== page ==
March / April 2015

We Are Family

SOCPM collects prayer requests weekly. As I transcribe and pray over them my heart truly aches for the dire requests. A recent one was from Pablo, a SOCPM student since May 2015, who has been incarcerated since February 2013. He mentioned it was his mother’s birthday and he was hoping she was well. He also mentioned he hasn’t seen or heard from her in three years.

Family estrangement is common with many of the incarcerated. As I minister to these men weekly, God has shown me hearts of repentance that yearn for reconciliation with family and loved ones. Some know they are unworthy of forgiveness but as they were forgiven through Christ they seek forgiveness from family and loved ones.

I can relate to families choosing to remain disconnected. I’ve personally had to do that with my own son. Quite often what seems like an unforgiving heart is actually a grieving heart that needs to disconnect until the person seeking forgiveness has shown through action and not words a changed heart.

However, for many of those incarcerated who are seeking forgiveness words may be the only way they can exhibit a changed heart. Visits by family, if any, are often once a month and for a relatively short time. This makes it difficult to demonstrate a changed heart.

In my classes this topic is often discussed. As I minister to the hearts of these men many will say they love coming to SOCPM classes, not only for the discipleship, but for the fellowship.  The fellowship that comes about in the classes is truly God at work. During a Sheridan class one student was sharing how he was struggling with dealing with a cellie who constantly calls him the ‘B’ word and how he knows the best thing to do would be to ignore it but that if he does ignore it he opens himself to being seen as weak and prey for others. Not having personally experienced incarceration, I know there are some things that I’m not in position to minister. If I were to give wrong counsel it could bring great harm to someone. At times like this, I will back away and ask the class for godly wisdom. Quite often I don’t need to ask. Fellow disciples are there to offer wisdom in a road already traveled.

The hardest thing while in prison is the death of a loved one. Last year Derrick, another SOCPM student, shared that his brother was recently murdered. It was troubling to hear, but even more troubling was Derrick. He has had other family members murdered so the shock of a loved one getting murdered was nothing out of the norm. For Derrick, it was just a way of life.

A past student’s mother died. He hadn’t seen her for sometime and he was deeply grieved. When an inmate is informed the Chaplain wants to see him it is almost certain a loved one has died. Upon arriving at the Chaplain’s office he is allowed fifteen minutes of phone time to talk with a family member. As for a time to mourn that’s it, time to continue his life in prison. I try to imagine what it would be like emotionally if I received news a loved one has died and I only had fifteen minutes to be with a loved one and then only by phone.

For guys like Willie, a current SOCPM student, losing a loved one is something he has experienced. In a recent class he shared, ‘Losing a loved one is the hardest thing to encounter in prison. It is why God has put in my heart when I hear of a brother’s loved one dying I go to prayer and seek to comfort the brother’.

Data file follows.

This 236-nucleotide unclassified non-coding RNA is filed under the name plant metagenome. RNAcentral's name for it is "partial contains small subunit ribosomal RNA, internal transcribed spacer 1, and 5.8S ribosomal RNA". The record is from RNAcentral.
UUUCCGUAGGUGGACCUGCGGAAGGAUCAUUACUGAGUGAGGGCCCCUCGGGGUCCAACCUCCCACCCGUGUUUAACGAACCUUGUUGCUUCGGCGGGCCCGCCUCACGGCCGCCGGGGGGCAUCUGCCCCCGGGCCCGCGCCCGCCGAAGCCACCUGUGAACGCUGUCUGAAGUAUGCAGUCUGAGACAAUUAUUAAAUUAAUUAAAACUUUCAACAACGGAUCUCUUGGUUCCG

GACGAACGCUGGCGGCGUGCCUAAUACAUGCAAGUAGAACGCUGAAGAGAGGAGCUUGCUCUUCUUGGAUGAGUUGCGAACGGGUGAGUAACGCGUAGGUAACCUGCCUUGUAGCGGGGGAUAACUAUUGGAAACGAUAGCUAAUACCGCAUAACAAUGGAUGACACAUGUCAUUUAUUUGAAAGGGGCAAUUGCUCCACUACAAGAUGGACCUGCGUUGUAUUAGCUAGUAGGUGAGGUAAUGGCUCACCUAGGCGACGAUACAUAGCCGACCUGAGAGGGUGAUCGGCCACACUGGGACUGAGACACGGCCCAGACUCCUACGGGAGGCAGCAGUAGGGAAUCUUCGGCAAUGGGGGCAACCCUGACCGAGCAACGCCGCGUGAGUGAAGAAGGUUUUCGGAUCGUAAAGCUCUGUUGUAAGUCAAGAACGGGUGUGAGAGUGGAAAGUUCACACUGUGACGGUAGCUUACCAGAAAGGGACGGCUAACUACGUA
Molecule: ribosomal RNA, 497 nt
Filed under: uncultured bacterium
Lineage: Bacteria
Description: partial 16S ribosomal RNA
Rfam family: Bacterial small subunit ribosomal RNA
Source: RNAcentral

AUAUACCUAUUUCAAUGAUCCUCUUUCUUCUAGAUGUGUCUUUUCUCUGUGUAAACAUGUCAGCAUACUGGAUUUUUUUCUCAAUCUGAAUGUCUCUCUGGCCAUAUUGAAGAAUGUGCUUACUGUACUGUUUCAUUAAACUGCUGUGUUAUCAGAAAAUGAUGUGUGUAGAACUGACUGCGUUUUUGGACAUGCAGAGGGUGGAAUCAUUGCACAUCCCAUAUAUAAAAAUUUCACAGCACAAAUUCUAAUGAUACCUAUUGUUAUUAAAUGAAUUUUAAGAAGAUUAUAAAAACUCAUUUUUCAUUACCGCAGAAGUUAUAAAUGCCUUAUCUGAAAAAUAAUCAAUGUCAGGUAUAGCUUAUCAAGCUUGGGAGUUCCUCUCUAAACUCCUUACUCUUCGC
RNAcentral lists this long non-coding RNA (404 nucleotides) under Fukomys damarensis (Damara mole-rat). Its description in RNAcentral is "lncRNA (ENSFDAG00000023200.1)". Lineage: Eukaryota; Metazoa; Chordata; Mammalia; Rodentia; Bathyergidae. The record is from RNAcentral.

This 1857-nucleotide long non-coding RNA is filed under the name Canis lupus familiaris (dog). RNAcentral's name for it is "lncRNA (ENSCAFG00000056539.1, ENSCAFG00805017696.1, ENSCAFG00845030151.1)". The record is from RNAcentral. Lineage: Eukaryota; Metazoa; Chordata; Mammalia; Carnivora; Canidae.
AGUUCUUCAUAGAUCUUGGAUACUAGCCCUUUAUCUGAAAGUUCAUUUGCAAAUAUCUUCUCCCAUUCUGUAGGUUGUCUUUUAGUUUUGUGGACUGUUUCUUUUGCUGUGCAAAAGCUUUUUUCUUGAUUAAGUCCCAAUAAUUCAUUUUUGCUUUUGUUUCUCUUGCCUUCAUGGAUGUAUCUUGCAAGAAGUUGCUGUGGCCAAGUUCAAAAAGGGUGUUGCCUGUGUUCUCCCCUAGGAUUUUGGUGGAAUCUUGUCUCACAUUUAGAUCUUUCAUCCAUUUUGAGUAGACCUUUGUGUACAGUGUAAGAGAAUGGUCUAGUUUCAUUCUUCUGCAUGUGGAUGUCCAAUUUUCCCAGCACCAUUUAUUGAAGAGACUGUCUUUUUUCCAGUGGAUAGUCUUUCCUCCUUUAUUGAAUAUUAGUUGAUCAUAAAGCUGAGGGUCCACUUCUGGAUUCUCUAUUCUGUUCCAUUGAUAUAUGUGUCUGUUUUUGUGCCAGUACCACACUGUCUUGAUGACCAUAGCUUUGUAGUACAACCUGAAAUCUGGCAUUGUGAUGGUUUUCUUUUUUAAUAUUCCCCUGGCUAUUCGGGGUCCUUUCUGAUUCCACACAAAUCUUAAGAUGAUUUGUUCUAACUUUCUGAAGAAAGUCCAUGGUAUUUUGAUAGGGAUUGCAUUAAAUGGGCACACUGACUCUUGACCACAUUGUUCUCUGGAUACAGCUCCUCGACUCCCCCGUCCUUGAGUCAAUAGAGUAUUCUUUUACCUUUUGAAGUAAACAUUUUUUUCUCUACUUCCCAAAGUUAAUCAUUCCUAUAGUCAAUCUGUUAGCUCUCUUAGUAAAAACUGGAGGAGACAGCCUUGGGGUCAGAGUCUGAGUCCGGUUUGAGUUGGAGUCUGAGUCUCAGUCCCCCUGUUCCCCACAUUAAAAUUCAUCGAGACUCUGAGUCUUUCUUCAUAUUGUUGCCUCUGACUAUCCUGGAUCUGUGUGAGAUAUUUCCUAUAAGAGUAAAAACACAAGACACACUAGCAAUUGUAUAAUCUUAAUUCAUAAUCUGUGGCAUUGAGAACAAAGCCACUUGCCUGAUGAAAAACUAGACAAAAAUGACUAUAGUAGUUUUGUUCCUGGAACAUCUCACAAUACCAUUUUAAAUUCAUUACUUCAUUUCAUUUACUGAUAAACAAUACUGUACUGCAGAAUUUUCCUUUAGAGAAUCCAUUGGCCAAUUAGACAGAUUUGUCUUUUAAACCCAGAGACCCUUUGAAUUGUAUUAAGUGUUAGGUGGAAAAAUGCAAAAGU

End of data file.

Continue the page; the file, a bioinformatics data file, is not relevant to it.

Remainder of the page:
I truly love prison ministry and I’m humbled that God has called me to it.  I am humbled even more when the men give hearty welcomes and good-byes before and after class. In their prayer request, quite often, they will say how they so much look forward to Fridays knowing it is SOCPM day. But as joyful and humbling it is to serve God in prison ministry, I know there are times it is not only me the men come to receive. It is the wisdom and fellowship of their Christian peers as well. It was maybe best said by Lougin, a current SOCPM discipleship student, ‘We all here (gesturing to the class) cause for some, we is all we got.’

In person yes, but in Christ we all got so much more. To Him be the glory

Slang It

Viking: An inmate who has long since given up on bathing or showering.

Thanks Brian!!! Thanks Lulu!!!

Thanks Brian Malcolm, an Elder from my church, who used his spiritual gifts to create and develop Soldier’s of Christ Prison Ministries’ new web site.  Check it out! A few enhancements, mostly in content, are still underway but I’m forever thankful that Brian was willing to share his spiritual gift and time to bless SOCPM.

Thanks Lulu, as in Luanne Wild, a very dear friend and sister in Christ who used her spiritual gifts to create and develop a PowerPoint presentation. What she did with my original presentation amazed me. The PowerPoint shows the need for prison ministry and how God has used Soldiers of Christ Prison Ministries in the past and seeks to continue using SOCPM for His glory.

If you, your church, or business want to learn more please contact me

The Number is...

119 - The current number of student enrolled in a SOCPM class


I believe the Lord has many plans for SOCPM in 2015, but your financial and prayer support is a must. The expenses to accomplish the above will exceed SOCPM's current monthly giving. Additionally I've not paid myself any salary since SOCPM became my vocation in November 2009. I hope to begin to pay myself a minimal monthly salary in 2015.

If you are a current monthly financial partner or have given in the past, thank you! If you aren't currently a monthly partner or have given a one time gift before, would you please pray about becoming a monthly financial partner?

Redeemer Fellowship
1125 Oak St -
St. Charles, IL 60174

Please note "Prison Ministry" in memo to direct the gift to  
Soldiers of Christ Prison Ministries


Soldiers of Christ Prison Ministries      
P. O. Box 671
Cortland, IL 60112